The pomology working group of the Laimburg Research Centre evaluates interesting new varieties from around the world to determine whether they are suitable for cultivation in South Tyrol – with a special focus on fruit quality and favorable tree characteristics. Currently, there are 120 hybrids, 40 red fleshed cvs, 75 resistant cvs and different mutants under evaluation. In its own breeding programme, Laimburg Research Centre aims to develop new varieties with characteristics that meet the demands of consumers and the market, with the use of new methods including molecular biology procedures to shorten the breeding process.
Although there is a lot of excitement around the topic of new varieties the previews show that even in 10 years the leading varieties in the apple world will be Golden Delicious, Red Delicious, Gala, Fuji, Idared, Jonagold, Granny Smith and Braeburn. Those varieties were discovered as chance seedlings or bred decades if not centuries ago and they were introduced without a defined marketing strategy. While they are free of royalties when it comes to fruit sells, some of their mutants are protected by plant breeder’s rights and therefore they can’t be freely propagated.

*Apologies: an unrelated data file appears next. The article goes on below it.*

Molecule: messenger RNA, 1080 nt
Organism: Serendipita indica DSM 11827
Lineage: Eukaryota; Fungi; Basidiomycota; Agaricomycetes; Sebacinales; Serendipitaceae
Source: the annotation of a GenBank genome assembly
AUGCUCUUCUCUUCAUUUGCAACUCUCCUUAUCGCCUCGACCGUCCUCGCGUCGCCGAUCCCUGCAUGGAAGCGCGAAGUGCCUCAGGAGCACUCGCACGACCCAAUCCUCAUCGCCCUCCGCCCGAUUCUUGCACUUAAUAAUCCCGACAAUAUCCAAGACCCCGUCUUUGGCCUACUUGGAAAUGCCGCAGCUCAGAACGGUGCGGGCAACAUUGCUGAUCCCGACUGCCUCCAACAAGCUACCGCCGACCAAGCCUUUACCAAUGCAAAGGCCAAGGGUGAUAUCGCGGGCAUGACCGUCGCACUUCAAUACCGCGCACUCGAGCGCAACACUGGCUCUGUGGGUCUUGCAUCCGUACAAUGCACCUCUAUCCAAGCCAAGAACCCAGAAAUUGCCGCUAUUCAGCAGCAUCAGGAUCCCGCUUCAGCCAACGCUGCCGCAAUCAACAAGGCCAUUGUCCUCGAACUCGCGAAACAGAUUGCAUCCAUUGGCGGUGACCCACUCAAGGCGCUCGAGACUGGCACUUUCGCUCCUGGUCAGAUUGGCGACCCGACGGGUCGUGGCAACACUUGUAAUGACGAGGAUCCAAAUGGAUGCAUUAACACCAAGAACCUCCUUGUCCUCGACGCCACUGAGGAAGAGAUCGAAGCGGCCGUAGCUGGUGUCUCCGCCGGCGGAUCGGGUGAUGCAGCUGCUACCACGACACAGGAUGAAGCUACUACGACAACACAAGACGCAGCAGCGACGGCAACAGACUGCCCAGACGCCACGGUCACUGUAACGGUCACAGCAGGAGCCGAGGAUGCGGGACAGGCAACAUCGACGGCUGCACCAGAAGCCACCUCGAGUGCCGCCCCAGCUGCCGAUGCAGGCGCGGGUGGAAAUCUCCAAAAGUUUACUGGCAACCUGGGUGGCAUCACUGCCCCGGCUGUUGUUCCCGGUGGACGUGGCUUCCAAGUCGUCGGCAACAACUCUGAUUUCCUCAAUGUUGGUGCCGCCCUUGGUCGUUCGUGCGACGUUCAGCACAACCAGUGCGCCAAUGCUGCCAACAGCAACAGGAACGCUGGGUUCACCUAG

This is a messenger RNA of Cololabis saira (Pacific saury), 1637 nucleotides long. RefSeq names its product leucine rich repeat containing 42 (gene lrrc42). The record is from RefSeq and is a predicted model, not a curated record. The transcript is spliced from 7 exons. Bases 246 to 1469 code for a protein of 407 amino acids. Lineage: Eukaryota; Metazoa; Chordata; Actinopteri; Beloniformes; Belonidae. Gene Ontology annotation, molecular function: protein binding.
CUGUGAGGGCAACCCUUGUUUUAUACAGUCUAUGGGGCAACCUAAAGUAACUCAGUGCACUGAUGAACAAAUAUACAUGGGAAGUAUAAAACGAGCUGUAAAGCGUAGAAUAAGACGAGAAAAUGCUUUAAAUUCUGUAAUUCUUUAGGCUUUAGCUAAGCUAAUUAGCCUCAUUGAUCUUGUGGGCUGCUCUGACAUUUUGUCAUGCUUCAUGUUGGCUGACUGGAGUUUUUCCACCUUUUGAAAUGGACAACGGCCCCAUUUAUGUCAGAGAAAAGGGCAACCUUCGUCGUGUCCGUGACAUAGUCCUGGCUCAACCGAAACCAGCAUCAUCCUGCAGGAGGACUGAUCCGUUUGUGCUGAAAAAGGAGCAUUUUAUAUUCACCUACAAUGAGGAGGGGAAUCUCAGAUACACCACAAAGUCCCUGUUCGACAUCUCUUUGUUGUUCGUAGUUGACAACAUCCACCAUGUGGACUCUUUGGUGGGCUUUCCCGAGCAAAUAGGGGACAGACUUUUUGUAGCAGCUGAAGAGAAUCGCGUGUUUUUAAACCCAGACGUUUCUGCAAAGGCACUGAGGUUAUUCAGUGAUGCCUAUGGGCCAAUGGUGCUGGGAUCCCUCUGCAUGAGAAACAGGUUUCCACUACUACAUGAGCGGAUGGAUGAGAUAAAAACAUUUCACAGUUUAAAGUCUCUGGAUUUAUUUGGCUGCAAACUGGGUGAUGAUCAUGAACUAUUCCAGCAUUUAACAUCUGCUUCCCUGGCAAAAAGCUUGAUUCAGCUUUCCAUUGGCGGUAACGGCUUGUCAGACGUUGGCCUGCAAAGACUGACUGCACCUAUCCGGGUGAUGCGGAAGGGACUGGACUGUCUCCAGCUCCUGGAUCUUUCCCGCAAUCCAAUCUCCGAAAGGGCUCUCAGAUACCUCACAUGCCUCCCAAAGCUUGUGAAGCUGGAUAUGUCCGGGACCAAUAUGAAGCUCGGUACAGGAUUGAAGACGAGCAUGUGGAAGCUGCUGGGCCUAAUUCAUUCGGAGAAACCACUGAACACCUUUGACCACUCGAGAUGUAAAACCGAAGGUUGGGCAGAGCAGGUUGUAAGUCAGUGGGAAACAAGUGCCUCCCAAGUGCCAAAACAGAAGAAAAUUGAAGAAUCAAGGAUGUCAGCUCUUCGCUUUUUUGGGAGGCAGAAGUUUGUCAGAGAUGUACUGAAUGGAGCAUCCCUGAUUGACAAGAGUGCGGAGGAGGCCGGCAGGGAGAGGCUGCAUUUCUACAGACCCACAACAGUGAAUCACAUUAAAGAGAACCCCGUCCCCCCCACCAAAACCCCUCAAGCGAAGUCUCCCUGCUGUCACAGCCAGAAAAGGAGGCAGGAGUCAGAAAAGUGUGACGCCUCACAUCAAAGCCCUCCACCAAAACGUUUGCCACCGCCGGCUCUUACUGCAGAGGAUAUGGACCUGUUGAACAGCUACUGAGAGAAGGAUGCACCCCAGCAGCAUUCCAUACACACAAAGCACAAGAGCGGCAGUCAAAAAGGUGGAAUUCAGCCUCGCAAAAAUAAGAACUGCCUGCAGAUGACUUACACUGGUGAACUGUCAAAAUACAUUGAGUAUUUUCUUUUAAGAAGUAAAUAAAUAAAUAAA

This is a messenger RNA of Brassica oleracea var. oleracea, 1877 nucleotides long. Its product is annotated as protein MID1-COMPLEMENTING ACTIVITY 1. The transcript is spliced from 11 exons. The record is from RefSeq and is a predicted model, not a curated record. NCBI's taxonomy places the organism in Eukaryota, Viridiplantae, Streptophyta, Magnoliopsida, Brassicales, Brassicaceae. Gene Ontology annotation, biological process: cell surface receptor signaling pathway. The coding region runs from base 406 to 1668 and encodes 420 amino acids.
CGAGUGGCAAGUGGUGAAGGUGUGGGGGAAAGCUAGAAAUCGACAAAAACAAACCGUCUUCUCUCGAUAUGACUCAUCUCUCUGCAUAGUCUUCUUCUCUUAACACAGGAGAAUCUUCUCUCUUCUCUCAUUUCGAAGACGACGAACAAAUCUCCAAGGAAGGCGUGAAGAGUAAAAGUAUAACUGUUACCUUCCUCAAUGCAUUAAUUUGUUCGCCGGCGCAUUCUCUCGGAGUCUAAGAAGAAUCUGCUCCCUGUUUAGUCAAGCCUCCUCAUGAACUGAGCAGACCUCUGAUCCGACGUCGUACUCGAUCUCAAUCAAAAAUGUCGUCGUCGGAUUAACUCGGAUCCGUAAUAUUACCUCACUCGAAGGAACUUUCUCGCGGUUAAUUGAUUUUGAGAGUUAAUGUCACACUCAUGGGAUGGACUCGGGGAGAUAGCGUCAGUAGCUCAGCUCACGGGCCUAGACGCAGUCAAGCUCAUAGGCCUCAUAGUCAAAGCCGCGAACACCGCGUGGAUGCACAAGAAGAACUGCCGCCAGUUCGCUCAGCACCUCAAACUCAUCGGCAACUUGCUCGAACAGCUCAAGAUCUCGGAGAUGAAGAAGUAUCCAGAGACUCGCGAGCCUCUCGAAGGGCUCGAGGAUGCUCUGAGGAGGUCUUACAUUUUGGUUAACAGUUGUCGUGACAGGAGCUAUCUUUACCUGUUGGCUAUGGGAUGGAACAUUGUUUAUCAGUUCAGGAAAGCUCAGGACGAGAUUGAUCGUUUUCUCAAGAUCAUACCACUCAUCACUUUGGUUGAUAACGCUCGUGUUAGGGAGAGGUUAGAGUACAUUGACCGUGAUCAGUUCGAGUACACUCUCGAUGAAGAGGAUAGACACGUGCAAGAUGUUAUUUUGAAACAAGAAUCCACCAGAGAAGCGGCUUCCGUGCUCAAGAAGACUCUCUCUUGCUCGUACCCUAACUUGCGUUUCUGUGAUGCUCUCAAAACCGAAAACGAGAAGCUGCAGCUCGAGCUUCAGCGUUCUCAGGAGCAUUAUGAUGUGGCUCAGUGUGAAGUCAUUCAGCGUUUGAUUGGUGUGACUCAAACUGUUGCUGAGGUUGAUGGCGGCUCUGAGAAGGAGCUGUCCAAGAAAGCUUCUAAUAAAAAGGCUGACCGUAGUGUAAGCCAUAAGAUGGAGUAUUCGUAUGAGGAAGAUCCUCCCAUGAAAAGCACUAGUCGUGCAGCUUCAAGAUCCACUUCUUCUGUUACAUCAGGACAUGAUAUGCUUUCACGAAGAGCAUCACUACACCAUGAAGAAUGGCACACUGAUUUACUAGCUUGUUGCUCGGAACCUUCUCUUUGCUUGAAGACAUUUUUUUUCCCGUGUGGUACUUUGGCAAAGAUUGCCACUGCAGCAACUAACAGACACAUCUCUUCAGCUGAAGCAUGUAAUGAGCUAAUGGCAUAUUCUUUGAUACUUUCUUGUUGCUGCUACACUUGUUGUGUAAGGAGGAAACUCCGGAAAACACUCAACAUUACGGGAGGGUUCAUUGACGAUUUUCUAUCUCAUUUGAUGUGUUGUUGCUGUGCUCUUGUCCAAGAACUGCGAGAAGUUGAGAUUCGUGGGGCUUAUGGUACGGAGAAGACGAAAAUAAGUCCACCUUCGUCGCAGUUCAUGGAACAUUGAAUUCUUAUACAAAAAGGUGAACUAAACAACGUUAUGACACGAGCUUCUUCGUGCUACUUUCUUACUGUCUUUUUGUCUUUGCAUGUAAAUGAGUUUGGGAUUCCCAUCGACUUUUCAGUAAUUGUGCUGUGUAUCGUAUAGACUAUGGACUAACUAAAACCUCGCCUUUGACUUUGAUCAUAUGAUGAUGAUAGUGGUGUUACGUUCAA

Replant disease is experienced also in South Tyrol, because virgin land is very scares and therefore orchards are replanted on sites with a long history of cultivation of apple trees. The control option of soil fumigation is not allowed in the South Tyrolean IP system. Tolerance or genetic resistance of rootstocks would offer a more environmentally sustainable way of control. Furthermore, the most commonly used rootstock M9 is too weak for weak varieties like Red Delicious Spur and SQ159 Natyra® and too strong for Fuji, consequently inducing the risk of biennial bearing. M9 shows both burr knots and root suckers and is susceptible to fire blight and wooly apple aphid. Laimburg Research Center has a long tradition of rootstock testing, the ongoing trails have had a look, amongst others, at rootstocks coming from American, Russian, Polish, German, Czech, English, New Zealand and Italian rootstocks. Up to now the most promising rootstocks for the South Tyrolean pedoclimatic conditions and demands are G11 from the USA and AR295/6 from the UK. More years of evaluations are needed to get a more complete picture of the performance of those and other promising new rootstocks in testing.